Reflection Eternal: “Revolutions per Minute”

Any doubts as to Talib Kweli’s skills on the mic were basically put to rest in 2003, when Jay Z himself namechecked the man on his Black Album, holding up Kweli as a sort of lyrical ideal. It seemed a slightly odd collision of worlds then, and it still does so today. Kweli does a bit of namechecking on his new Reflection Eternal album, Revolutions per Minute, and in this case it makes a little more sense; he doesn’t return the favor to Jigga, but he does give a nod to Common, The Roots, and his old Black Star partner Mos Def.

That feels about right. Kweli fits in with that group of hip-hop vets who have, for the most part, resisted the allure of modern rap trends, instead forging their own, personal takes on hip-hop that is socially aware, historically-minded yet still forward-thinking. In fact, Kweli’s artistry may be the purest of them all. He’s one of those MCs who never allows himself to become flashy or trendy enough to really blow up, yet his rhyming– existing totally outside the hip-hop mainstream as it does– seems to represent the culture’s conscience, the purity of its essence, making it feel necessary. Even if we are only occasionally reminded of Kweli’s genius– every few years or so, when he puts out a new record– it is nevertheless comforting to know that it’s always there.

It’s probably unsurprising, then, that his return to recording after a three-year absence is met with relatively little fanfare, least of all from the man himself. He spends little of Revolutions per Minute trumpeting his own return to the game, though his skills on the mic leave little doubt that he could be in the upper ranks of battle MCs if he really wanted to be. He doesn’t pay much mind to current rap trends, either, though there’s a moment here and a moment there that suggest he could light up the clubs were he not so burdened by his own conscience. So he spends pretty much the whole record rapping about politics– be that the politics of Big Oil or the politics of the music industry. He carries the weight of hip-hop’s social awareness dutifully; as one song puts it, he’s got work to do.

His Reflection Eternal partner is Hi-Tek, a producer who may as well be dubbed this generation’s DJ Premier; he borrows from old jazz and soul albums with striking minimalism, creating tracks that are open and leaving his MC plenty of room the breathe. These are not the lavish, luxurious soul-sampling tracks that you’d hear coming from Kanye West. These are spare beats where the samples are integrated seamlessly into the spirit and theme of the lyrics– note the particularly brilliant incorporation of a gospel sample into “In This World.” The duo doesn’t seem too concerned with debunking the old knock that these socially-conscious hip-hop records don’t bump enough for the dancefloor. This is hip-hop for the head, and there’s arguably no one who does it better.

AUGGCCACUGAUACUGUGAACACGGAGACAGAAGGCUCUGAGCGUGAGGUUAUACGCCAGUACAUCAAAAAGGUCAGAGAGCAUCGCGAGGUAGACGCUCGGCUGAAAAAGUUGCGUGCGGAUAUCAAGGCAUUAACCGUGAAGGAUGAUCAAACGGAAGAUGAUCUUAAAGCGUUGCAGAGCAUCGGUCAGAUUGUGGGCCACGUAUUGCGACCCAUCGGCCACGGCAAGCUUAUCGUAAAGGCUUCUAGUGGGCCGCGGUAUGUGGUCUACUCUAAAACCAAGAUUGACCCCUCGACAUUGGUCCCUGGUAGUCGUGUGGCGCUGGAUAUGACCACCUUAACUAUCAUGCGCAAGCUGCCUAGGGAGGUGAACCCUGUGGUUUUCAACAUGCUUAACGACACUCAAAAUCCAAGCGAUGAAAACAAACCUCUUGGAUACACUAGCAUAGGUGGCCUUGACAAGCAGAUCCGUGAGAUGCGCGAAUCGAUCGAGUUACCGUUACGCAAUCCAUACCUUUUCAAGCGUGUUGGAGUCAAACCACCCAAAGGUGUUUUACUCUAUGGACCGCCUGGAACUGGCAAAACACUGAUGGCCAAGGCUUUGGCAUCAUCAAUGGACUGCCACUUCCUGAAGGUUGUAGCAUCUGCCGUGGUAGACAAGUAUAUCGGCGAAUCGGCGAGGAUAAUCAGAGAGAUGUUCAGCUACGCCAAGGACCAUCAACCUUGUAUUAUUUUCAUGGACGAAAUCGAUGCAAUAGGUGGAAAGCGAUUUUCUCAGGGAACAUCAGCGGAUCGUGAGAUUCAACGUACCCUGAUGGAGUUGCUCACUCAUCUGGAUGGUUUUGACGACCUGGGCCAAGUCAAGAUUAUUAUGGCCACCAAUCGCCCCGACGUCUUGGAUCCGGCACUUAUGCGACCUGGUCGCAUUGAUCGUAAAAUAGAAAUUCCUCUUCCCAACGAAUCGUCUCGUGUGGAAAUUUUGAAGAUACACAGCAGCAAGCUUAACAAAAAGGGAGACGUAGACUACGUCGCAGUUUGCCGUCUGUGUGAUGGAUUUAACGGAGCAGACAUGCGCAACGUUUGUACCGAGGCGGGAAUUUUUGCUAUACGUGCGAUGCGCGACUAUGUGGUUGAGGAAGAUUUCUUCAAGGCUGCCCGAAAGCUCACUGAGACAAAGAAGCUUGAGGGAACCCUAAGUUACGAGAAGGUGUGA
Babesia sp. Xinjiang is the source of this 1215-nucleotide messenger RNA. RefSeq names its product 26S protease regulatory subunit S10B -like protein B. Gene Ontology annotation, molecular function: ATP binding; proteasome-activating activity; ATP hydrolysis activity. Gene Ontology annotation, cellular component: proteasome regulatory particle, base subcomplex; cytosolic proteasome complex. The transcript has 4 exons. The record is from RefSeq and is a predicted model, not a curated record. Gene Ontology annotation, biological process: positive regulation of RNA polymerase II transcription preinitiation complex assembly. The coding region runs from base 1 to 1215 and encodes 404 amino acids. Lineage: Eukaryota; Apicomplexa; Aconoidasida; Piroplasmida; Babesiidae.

To be fair, the album does have one ringtone-ready, club banger– a hot single with Estelle called “Midnight Hour,” which almost sounds like it could be an Amy Winehouse song with its retro soul vibe. It’s a killer track that sticks out like a sore thumb here, but in its own way it underscores how masterful the album is, particularly in its control of mood and tone on all the other tracks. The song also highlights the duo’s firm command of the hi-hop lexicon, how they are able to play with both classic tropes and current trends, alternating between homage and subversion. The album opens with the old classroom intro that’s been done to death on so many hip-hop records, it comes across as the worst of all possible cliches– until the rest of the album unfolds with such a rich sense of history, you begin to think that the intro is a very deliberate tribute to the icons of the past. The rest of the album finds Kweli and Hi-Tek stretching at hip-hop tropes like it’s Silly Putty in their hands, sometimes with real invention (see “Got Work,” a clever, dark inversion of the standard “hip-hop as a woman” metaphor; also, “Just Begun,” a smokin’ hot take on the posse cut that features killer verses from both Jay Electronica and Mos Def) and sometimes with just the right touch of irreverence (there are a couple of interludes that cheekily mock the hardcore gangsta lifestyle, to sincerely funny results).

But to write this off as a stuffy history lesson would be a grave error. In truth, what it is is the sound of two pros who are having a blast remaking hip-hop conventions in their own image; and it really is fun, lofty lyrics or not, whether the duo is channeling their message through outlets of real invention (“Ballad of the Black Gold” is a topical song that happens to sound pretty far removed from anything anyone else is doing in hip-hop right now) or simply getting loose, as one song title puts it. This is sturdy hip-hop, which may not sound particularly exciting, but in reality it’s quite a gem: There’s no flash or gimmick here, just a thoughtful, inventive, and thoroughly playable rap album that’s built to last.

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